29. Prospects for the American-Soviet trade // Pravda. 13 February 1944. No.38. C.4; Meeting of the American-Soviet friendship // True. 28 January 1945. No.24. C.4
30. The growth of American-Soviet cultural ties // Pravda. 22 October 1944. No.254. C.4
31. American newspaper on the success of Soviet military medicine // Pravda. 19 February 1944. No.43. C.4
32. Celebration of the 25 anniversary of the Red Army in the USA // Pravda. 25 February 1943. No.56. C.4; Preparation in the USA for the Day of the Red Army // Pravda. 20 February 1944. No.44. C.4; Meeting in New York in honor of the Red Army // Truth. 24 February 1944. No.46. C.4; Celebration of the 27 anniversary of the Red Army in the USA // Pravda. 24 February 1945. No.47. C.4; Meeting in the USA in honor of International Women's Day // International Review // Pravda. 8 July 1945. No.162. C.4
33. See youth engineering. No.9.1943. C.15-25
34. Strike in the USA // Pravda.28 July 1945. No.232. C.4; Strike Movement in the USA // Pravda.1 Nov. 1945. No.261. C.4; Strike Movement in the USA // Pravda.5 Nov. 1945. No.265. C.4; Strike movement in the United States // Stalin Banner. 17 October 1945. No. 206.C.2; The struggle of American trade unions for salary increase // Stalin Banner. 17 October 1945. No.206. C.2
35. A. Georgiev. About the book by Walter Lippman, "US Military Purposes" // Pravda. 16 March 1945. No.64. C.4
36. About the book by Walter Lippman, "US Military Purposes" // Pravda. 20 April 1945. No.94. C.4
37. International Review // Pravda. 8 July 1945. No.162. C.4; Competition of slanderers // Truth. 16 July 1945. No.169. C.4; International Review // Pravda. 30 September 1945. No.234. C.4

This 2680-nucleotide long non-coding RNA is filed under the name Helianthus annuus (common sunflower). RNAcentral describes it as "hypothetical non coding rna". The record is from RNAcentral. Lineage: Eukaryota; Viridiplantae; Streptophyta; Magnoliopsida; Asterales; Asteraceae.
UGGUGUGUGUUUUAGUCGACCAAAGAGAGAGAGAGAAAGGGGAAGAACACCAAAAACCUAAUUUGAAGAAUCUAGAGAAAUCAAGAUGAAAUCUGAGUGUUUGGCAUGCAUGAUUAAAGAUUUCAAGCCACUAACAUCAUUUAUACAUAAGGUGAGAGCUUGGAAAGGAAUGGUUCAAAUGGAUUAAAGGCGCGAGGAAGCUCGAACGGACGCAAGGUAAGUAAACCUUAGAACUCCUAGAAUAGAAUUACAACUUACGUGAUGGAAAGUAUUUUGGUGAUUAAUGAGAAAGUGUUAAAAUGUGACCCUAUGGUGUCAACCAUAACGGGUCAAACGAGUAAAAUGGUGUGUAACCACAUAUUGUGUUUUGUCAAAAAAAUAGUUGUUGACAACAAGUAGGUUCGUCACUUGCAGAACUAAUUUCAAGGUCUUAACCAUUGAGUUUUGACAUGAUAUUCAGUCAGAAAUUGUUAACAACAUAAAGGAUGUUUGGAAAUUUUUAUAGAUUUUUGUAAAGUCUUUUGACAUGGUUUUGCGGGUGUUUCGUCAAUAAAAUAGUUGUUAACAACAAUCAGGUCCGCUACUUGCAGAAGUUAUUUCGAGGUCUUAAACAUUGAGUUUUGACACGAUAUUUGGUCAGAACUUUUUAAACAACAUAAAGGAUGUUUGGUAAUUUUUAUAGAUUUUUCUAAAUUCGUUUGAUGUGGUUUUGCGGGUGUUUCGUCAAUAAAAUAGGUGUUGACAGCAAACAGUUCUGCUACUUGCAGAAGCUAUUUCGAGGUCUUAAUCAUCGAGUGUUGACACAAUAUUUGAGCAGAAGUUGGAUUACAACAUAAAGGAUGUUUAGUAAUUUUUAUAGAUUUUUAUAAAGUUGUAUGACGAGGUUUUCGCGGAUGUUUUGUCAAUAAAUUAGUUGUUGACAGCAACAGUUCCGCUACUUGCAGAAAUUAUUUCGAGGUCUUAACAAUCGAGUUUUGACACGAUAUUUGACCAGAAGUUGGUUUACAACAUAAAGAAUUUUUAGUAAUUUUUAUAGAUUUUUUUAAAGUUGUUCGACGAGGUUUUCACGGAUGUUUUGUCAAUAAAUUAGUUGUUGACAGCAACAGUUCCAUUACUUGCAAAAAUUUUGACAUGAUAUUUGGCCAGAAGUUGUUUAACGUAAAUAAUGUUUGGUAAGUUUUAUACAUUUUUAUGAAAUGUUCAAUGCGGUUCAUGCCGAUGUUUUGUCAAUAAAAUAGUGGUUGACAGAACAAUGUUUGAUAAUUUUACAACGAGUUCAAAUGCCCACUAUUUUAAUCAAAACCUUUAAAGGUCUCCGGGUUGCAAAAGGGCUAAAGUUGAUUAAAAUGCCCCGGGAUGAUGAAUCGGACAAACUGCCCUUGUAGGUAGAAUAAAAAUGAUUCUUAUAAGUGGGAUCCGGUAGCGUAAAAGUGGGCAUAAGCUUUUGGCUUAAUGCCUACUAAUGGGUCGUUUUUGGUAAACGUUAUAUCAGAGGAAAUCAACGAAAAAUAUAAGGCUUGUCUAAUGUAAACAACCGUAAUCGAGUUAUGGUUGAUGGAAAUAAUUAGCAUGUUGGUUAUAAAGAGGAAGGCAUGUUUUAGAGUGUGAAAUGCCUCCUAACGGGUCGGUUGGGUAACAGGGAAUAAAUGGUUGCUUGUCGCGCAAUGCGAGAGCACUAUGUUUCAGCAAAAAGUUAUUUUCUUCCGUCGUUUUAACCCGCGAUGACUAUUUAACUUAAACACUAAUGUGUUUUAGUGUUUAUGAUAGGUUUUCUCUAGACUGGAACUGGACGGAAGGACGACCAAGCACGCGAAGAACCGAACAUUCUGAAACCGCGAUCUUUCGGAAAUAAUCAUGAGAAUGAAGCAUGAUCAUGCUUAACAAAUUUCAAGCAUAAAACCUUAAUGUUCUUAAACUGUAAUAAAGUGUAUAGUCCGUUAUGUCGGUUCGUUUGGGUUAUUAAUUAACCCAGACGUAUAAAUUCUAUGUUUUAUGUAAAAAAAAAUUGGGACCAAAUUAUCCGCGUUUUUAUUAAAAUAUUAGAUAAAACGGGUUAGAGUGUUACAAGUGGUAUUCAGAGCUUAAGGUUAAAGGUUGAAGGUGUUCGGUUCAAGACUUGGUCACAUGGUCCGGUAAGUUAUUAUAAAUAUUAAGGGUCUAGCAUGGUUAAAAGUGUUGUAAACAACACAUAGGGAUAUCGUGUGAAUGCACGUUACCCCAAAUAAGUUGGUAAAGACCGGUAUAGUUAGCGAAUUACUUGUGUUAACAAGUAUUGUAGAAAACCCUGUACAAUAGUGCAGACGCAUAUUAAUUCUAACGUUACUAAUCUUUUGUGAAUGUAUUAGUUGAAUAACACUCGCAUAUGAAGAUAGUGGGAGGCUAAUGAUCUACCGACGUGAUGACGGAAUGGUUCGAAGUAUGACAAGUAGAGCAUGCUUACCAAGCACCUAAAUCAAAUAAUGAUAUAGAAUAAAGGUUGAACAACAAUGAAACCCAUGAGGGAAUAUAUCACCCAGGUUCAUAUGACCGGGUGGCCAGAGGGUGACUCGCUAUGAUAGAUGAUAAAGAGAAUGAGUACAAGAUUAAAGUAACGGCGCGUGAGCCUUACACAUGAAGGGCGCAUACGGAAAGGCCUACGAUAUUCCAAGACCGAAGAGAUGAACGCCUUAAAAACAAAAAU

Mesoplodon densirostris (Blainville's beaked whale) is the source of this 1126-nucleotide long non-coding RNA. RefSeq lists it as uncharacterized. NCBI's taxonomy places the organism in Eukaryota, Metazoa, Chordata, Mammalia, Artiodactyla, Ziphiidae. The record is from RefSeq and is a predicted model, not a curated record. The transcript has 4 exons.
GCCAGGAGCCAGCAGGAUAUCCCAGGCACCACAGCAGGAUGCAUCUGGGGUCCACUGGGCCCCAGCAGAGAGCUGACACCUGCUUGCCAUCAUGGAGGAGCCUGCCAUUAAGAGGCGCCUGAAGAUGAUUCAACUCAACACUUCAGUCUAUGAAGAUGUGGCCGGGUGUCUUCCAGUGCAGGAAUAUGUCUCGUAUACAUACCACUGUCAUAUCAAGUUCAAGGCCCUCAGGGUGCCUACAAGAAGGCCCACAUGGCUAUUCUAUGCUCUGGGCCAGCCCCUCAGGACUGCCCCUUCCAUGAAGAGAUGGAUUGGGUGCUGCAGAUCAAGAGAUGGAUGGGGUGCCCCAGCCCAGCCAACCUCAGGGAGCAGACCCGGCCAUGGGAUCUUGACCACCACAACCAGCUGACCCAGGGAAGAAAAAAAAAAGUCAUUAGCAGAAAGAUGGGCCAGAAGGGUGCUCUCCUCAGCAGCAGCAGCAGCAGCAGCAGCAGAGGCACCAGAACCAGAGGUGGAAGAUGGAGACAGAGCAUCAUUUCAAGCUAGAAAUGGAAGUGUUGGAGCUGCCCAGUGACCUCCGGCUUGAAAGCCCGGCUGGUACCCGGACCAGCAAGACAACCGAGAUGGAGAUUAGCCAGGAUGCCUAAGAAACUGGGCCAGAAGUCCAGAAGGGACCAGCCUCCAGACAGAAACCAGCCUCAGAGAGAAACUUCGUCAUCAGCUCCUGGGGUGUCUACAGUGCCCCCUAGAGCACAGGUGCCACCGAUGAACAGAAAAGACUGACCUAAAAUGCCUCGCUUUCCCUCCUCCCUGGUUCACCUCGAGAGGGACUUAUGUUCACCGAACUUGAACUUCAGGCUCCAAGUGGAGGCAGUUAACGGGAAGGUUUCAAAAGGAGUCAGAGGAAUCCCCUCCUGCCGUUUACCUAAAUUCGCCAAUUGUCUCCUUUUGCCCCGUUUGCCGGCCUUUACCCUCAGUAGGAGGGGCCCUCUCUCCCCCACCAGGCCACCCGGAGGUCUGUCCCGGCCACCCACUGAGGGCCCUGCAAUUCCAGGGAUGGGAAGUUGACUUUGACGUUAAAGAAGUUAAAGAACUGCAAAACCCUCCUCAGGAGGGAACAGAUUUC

38. International Review // Pravda. 9 September 1945. No.216. C.4
39. Hysterical Mrs. Claire Luce // True. 14 July 1945. No.167. C.4; Welles article on the policy in relation to Germany // Pravda. 25 July 1945. No.178. C.4
40. Latin American seal of the military successes of the Soviet troops // Pravda. 20 January 1943. No.20. C.4; Australian newspaper about the successes of the Soviet troops // Pravda. 21 January 1943. No.21. C.4; Iranian press about the victory of the Red Army at Stalingrad // Pravda. 8 February 1943. No.39. C.4; The Syrian press about the offensive of the Red Army // Truth. 16 February 1943. No.47. C.4; Responses abroad to Comrade Stalin's May Day order // Pravda. 5 May 1943. No.115. C.4; Canadian press on the decision of the Supreme Soviet of the USSR // Pravda. 4 February 1944. No.30. C.4; Comments newspaper "France" to the decisions of the Supreme Soviet of the USSR // Pravda. 5 February 1944. No.31. C.4; Swiss newspaper on the victories of the Red Army // Truth. 23 February 1944. No.46. C.4; "Times" about the success of the Red Army / / True. 28 February 1944. No.51. C.4; Mexican press about the success of the Red Army // Pravda. 11 March 1944. No.61. C.4; Responses abroad to the decisions of the Crimea Conference of the leaders of the three Allied Powers // Pravda. 15 February 1945. No.39. C.3